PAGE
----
InsightsPOSTED March 30, 2015

Don’t forget to ask why

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why on blackboard

For March, the APEX team is exploring the best communication advice ever.

Over the years, I’ve received wonderful advice and counsel from my parents, mentors, friends, authors and even the odd movie or two.

However, the best communication advice I have selected was more recent.

It was from someone I haven’t known for very long, but the advice was very poignant and revolved around the word why.

One of the things I like best about my job is the opportunity to work with and be around inspiring people. I especially gravitate to those individuals who drive our young industry forward and evoke change.

On March 10, I had the pleasure of attending the IABC Communicator of the Year (COTY) award breakfast in honour of Dr. Alan Middleton, executive director, Schulich Executive Education Centre (SEEC) and assistant professor of marketing, Schulich School of Business at York University.

Dr. Middleton captivated my attention from the moment he started speaking. Not only because his impressive credentials had piqued my interest, but because he deliberately formulated it that way.

He opened his presentation by playing a little listening game. He listed off six phrases and said he was going to refer to all the topics, but one throughout the duration the presentation.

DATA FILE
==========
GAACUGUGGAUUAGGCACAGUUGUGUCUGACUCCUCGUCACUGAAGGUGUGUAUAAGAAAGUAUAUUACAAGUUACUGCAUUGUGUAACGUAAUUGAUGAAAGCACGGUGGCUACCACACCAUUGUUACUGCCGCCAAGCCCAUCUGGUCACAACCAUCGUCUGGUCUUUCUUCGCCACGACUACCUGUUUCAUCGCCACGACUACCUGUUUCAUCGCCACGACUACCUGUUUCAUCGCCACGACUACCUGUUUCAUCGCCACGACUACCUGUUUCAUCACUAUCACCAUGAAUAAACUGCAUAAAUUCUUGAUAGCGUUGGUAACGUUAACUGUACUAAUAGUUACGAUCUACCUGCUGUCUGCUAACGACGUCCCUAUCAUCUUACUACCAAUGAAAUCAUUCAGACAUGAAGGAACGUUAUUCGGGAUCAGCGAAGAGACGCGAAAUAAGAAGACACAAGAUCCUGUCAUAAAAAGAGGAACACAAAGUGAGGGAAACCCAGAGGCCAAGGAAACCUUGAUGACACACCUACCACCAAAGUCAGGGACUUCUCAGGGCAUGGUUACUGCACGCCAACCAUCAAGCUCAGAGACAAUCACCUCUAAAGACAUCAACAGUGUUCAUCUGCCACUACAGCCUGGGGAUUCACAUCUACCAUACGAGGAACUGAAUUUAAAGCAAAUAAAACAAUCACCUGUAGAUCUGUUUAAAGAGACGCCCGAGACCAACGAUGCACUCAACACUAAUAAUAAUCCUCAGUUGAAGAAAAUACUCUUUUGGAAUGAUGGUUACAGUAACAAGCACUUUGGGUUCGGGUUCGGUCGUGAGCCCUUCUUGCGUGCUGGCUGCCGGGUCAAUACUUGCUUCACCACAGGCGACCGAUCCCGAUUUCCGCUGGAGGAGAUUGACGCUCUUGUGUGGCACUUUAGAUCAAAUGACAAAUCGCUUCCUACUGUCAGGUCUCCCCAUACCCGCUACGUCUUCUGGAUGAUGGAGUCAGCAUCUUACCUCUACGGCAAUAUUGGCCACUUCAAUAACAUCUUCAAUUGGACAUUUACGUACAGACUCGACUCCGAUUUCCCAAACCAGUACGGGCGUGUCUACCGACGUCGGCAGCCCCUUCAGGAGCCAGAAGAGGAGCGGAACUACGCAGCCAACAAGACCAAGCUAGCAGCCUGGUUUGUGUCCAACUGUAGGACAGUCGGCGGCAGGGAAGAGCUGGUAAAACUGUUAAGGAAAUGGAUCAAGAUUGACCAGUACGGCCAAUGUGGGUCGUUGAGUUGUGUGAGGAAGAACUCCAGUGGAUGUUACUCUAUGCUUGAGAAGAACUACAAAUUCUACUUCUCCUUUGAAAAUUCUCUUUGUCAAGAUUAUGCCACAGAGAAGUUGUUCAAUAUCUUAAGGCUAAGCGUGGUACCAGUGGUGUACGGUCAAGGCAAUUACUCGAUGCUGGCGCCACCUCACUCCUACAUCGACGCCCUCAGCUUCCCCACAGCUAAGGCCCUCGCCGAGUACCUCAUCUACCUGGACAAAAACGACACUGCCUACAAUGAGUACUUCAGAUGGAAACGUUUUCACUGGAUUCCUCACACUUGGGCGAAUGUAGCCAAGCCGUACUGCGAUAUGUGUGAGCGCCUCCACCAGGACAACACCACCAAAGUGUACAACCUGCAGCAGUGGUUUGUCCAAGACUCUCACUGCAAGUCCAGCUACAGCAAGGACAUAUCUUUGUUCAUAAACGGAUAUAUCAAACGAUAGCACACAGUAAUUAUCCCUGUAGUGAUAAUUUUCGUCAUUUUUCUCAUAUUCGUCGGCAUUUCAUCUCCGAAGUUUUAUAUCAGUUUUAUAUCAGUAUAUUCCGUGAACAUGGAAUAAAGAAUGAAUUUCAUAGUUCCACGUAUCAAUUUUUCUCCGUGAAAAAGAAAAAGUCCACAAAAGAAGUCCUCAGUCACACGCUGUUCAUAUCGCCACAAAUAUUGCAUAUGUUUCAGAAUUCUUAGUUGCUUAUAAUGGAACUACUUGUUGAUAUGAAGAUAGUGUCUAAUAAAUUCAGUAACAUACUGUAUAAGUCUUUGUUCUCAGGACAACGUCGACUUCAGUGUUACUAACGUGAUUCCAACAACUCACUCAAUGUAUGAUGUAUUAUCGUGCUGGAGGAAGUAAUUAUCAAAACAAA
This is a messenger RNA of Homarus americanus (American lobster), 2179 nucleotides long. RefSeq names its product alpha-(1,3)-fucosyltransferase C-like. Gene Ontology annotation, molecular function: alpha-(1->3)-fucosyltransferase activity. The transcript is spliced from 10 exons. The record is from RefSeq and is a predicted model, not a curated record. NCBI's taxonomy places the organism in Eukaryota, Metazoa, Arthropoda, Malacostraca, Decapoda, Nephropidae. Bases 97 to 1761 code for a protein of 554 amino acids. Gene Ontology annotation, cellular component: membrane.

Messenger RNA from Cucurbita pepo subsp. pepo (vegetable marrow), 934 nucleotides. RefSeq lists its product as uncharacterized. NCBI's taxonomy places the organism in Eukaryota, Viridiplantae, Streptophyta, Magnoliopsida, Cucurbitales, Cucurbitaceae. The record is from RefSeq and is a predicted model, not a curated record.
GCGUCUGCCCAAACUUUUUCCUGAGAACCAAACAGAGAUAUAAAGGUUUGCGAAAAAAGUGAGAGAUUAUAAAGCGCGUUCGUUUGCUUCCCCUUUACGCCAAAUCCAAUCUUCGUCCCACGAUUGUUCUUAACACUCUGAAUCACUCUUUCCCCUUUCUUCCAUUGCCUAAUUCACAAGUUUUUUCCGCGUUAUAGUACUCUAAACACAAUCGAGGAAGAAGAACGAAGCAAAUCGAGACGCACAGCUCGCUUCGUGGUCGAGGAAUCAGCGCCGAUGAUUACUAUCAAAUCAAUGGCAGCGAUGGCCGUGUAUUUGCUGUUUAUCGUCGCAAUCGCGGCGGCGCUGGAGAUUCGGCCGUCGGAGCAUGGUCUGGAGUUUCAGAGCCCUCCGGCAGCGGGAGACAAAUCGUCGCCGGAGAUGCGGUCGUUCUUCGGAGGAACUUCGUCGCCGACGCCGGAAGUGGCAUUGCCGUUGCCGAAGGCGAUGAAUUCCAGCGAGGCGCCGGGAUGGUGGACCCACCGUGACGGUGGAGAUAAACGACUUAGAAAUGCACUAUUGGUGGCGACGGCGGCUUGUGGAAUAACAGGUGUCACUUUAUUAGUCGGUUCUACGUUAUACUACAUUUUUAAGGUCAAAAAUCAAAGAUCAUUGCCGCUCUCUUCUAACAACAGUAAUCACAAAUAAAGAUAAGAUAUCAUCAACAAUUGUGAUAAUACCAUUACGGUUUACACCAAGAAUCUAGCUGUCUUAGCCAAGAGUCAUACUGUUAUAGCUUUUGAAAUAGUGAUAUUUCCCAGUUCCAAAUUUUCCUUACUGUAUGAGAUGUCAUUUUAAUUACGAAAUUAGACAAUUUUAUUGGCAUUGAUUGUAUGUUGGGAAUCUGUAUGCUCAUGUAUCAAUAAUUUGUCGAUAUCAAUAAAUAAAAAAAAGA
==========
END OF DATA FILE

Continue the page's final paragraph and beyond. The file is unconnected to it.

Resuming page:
The person who identified the one word that wasn’t discussed would win a prize. In fully transparent fashion, Dr. Middleton divulged this tactic was to get everyone to listen to his speech.

And listen we did.

His presentation was engaging, pertinent, easily digested and perfectly fit in 140 characters or less.

However, when Dr. Middleton’s discourse stressed the importance of asking why, it struck a chord. He said,

“If we said why more in our daily lives, then we’d stimulate conversation.”

A simple concept and yet one that isn’t employed as often as it should be. He reminded us that a curious toddler has no qualms about raising the question to parents, but somewhere along the line we stop using the three-letter word.

I completed agree with Dr. Middleton’s philosophy. It is all too easy to fall into a mode of complacency and comfort.

It takes courage to ask the simple question, but the potential rewards are plentiful — stimulating personal growth, as well as pushing conversations and ideas further.

Not only was the thoughtful presentation inspiriting, I even won the prize at the end!

Hilary Lawton is a senior consultant at APEX. What communication advice do you have? Let us know here or on Twitter. Also check out what others said.

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